them. Almost 300 wolves were killed in Idaho & Montana’s first hunts

in 2010 and this number increased to over 550 in 2012.(did not include wolves killed for livestock depredation)

•   In most of Idaho they did not even setting an overall quota for the

2011 – 2012 hunt. Hunters may kill as many wolves as they can,

individual hunter limits are 10 wolves each, & they are

allowed to utilize: traps, baiting, & electronic wolf calls to do so.

•    The killing of such a large percentage of the wolf population

amounts to a slow motion extermination campaign. It is certainly not

“Managing” wildlife.

•     The 2011-12 Idaho wolf hunting season was 10 months long – beginning

September 1st. & ending in June. This long a hunting season is

highly unusual for any animal, & impacts the wolves’ mating denning


•   The  long wolf hunting season creates an almost year-round danger

for hikers, bird watchers, campers, & boaters from accidental shooting

by hunters. It is not safe to go out into the woods at any time now.

•    There have been only two authenticated killings of humans by wolves

in North America in the last 200 years, You are in greater danger of

killed by a dog. Dogs killed 27 people in 1997-1998 . 

•   Wolves belong in our wild areas. They are an essential part of a

healthy and functioning ecosystem. As an apex or keystone

predator they are crucial to the well being of everything from

flowering plants and trees to insects and all the other mammals,

including elk and deer.

•     There has been talk about the Idaho wolves being “aliens” because

they were introduced from British Columbia & Alberta. These statements

have no scientific basis. All state wildlife agencies as well as independent scientists

agree that  genetically, the wolves that

were historically eradicated from the northern Rockies

and the wolves that have been re-introduced in the past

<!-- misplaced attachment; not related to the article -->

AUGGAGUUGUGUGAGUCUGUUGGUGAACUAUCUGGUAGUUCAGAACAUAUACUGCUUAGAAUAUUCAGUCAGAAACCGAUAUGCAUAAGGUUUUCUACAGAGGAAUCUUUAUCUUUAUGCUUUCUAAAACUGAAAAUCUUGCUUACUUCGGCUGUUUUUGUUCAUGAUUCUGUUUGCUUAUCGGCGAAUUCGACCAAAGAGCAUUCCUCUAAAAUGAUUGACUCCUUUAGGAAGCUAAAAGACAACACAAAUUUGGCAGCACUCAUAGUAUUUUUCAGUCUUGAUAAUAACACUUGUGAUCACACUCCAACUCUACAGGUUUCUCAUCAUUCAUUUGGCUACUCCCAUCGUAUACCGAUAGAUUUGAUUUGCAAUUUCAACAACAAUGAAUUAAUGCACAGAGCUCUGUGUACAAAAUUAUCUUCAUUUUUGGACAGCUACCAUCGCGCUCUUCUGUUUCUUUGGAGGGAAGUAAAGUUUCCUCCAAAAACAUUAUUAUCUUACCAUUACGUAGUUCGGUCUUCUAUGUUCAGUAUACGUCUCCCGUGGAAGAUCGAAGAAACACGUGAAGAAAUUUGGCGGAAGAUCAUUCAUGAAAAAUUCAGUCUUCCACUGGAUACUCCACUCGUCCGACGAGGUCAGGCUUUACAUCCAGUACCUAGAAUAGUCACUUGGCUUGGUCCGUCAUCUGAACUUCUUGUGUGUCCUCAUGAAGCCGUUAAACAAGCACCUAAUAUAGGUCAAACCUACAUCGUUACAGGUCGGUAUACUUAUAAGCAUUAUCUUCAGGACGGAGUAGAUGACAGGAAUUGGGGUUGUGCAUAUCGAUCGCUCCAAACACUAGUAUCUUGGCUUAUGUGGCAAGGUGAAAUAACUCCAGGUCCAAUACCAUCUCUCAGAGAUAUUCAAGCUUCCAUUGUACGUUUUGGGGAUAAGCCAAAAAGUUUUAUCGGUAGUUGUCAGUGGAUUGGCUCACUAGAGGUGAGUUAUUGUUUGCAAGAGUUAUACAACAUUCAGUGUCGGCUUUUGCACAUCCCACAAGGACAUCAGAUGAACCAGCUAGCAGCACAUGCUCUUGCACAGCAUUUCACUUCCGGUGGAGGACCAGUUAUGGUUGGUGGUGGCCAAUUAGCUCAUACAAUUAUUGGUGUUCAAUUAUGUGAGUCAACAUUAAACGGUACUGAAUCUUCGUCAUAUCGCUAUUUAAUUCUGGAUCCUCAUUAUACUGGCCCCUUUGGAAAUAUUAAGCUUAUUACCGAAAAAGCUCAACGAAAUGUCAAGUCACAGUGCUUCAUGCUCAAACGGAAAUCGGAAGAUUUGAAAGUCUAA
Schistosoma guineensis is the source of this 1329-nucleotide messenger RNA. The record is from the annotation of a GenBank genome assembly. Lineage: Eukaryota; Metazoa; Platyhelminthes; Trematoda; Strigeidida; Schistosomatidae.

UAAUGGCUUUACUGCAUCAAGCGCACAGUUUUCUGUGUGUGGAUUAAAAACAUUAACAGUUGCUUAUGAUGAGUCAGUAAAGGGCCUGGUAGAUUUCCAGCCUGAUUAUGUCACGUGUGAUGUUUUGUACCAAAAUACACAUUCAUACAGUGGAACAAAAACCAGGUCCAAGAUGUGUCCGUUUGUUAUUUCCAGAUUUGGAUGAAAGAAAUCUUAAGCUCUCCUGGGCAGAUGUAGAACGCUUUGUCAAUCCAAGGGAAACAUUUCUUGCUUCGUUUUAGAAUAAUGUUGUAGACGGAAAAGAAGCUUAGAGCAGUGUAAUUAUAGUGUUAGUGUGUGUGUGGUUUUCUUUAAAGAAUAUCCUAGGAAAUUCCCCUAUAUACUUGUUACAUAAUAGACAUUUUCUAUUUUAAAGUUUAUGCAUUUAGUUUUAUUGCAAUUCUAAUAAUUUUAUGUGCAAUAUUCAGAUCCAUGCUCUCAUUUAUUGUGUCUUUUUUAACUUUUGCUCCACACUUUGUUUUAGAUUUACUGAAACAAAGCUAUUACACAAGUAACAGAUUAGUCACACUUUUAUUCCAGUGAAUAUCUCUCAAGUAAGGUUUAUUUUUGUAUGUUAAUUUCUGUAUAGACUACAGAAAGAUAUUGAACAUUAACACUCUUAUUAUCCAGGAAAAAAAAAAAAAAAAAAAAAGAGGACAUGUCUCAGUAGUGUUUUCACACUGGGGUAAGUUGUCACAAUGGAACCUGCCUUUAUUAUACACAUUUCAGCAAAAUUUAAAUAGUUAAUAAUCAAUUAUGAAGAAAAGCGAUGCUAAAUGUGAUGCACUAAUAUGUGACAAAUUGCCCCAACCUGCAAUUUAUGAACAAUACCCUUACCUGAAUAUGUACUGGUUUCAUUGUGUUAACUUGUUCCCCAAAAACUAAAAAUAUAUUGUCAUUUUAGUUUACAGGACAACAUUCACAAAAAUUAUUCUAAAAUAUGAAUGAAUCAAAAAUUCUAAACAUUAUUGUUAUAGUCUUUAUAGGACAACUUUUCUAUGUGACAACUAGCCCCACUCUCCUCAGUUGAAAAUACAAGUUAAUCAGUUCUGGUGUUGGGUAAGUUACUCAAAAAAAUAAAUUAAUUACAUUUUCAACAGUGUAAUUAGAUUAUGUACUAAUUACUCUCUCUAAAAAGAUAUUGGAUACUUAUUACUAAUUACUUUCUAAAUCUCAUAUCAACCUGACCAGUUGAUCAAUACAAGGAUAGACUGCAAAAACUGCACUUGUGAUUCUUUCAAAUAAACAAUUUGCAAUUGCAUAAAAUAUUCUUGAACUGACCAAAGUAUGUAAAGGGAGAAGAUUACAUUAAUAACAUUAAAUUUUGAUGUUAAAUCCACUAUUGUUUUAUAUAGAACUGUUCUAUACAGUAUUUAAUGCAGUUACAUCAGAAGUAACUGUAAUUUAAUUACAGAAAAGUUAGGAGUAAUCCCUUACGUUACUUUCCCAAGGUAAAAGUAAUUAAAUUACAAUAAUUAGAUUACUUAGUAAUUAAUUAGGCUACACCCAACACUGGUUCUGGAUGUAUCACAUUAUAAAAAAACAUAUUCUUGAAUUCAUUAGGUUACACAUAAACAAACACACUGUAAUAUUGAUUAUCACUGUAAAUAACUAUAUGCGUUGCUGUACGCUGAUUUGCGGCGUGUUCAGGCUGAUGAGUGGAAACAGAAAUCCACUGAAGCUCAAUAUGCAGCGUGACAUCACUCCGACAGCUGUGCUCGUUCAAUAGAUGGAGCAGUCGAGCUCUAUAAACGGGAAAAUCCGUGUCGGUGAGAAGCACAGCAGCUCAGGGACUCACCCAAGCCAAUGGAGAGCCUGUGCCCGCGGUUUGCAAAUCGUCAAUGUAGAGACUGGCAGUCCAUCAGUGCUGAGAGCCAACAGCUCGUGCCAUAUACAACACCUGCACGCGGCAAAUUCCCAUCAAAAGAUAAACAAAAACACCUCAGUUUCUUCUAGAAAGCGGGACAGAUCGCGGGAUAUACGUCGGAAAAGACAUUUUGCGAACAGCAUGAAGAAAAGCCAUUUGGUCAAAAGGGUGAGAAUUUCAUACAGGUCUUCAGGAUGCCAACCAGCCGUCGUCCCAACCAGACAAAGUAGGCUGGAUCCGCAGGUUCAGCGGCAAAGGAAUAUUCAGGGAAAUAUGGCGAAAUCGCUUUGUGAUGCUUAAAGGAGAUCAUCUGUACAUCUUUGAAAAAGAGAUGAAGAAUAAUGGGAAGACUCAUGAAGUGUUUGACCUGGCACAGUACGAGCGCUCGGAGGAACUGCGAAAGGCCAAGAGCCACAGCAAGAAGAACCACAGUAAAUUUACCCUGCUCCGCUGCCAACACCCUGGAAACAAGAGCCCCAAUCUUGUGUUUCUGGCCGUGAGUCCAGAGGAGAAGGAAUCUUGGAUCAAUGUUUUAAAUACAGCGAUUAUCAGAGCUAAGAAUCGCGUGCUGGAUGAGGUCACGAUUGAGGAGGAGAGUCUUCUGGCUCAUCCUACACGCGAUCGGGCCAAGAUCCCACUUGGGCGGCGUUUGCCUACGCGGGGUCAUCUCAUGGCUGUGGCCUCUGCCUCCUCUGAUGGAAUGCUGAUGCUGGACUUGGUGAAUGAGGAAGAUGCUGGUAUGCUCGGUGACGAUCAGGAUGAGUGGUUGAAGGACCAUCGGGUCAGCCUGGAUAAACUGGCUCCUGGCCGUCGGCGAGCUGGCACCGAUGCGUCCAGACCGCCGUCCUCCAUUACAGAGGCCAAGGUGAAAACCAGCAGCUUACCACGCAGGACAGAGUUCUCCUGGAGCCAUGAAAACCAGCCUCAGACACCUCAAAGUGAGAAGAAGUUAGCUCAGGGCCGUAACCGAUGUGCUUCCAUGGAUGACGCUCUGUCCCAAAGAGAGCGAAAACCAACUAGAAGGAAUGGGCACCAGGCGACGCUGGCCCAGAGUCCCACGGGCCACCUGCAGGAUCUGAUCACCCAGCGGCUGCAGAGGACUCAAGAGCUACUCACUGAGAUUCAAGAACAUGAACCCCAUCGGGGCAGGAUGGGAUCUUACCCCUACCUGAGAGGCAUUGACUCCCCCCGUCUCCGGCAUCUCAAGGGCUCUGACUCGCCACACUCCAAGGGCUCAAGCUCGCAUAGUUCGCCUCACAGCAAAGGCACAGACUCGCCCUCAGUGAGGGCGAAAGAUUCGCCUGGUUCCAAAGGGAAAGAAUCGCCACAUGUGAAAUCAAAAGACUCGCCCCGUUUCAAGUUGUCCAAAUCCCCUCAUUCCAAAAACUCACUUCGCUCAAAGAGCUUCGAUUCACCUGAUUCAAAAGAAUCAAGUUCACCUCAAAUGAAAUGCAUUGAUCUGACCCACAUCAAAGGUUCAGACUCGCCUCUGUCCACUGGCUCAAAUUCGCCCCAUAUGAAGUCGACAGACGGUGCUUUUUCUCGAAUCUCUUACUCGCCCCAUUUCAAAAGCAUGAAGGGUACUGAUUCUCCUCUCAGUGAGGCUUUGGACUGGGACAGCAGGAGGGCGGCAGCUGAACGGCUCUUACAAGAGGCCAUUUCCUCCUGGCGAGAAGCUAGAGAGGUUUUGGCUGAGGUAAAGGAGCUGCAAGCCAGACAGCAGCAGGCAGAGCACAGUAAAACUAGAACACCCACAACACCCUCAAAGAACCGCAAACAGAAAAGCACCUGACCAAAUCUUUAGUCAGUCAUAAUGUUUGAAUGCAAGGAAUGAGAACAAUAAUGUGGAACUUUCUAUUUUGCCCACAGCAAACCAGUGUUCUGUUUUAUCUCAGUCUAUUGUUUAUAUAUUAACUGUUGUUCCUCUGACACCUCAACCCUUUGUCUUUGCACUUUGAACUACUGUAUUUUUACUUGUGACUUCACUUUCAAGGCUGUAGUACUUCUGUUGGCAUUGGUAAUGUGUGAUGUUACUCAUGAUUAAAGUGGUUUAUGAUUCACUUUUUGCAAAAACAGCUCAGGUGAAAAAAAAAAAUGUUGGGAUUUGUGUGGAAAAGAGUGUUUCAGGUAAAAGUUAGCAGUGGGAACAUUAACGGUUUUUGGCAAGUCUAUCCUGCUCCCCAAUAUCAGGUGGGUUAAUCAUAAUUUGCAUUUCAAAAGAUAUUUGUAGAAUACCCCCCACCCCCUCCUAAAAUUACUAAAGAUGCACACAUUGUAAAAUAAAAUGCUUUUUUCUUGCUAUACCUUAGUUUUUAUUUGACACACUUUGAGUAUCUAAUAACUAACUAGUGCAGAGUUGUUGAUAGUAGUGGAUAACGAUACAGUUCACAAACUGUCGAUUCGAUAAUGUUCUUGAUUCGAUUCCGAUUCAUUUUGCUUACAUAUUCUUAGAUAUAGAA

decade are the same species, Canis lupus.

•     There have been wild claims that these wolves are huge, many over

200 pounds. All 188 wolves killed in the first Idaho wolf hunt in 2009 were officially

weighed by IDF&G agents. The average female was 86 lbs. and the

average male, 101 lbs. The largest was 127 lbs.

•     Many hunters claim that wolves are decimating elk herds – According to the Rocky

Mountain Elk Foundation 2007 Report, the Idaho elk population has been above

100,000 since 1985, and the Northern Rockies elk population has

increased 32.9% in the last 25 years, to over one million animals. Elk #s

increased by 3,000 in 2010 alone.

•     Idaho’s elk population fluctuates, but the hunters’ have a

perception that elk numbers are decreasing. This is probably due to the

wolves pushing elk off the valley floors and into the mountains,

making the hunters work harder to find them.

•     Contrary to the claims of ranchers, wolves are not killing off large

numbers of  livestock – According to the USDA

Statistical Bureau they are responsible for less than 2% of all

livestock deaths due to predation( less than 0.1% in Idaho).

In 2008, feral dogs killed more than four times as many sheep in Idaho than wolves did.

Eagles and other raptors carry off far more lambs than wolves kill.

•    There are 2.2 million cattle in Idaho. Last year wolves killed 71 of them.

Can you do the math to figure out the % killed? Hint: It is less than 1/100th

of 1%.

•     IDFG’s “wolf-management” strategy will reduce wolves to a remnant

population. Most wolf biologists agree that they  would become genetically isolated,

prone to inbreeding and inherited diseases, and unable to perform their historic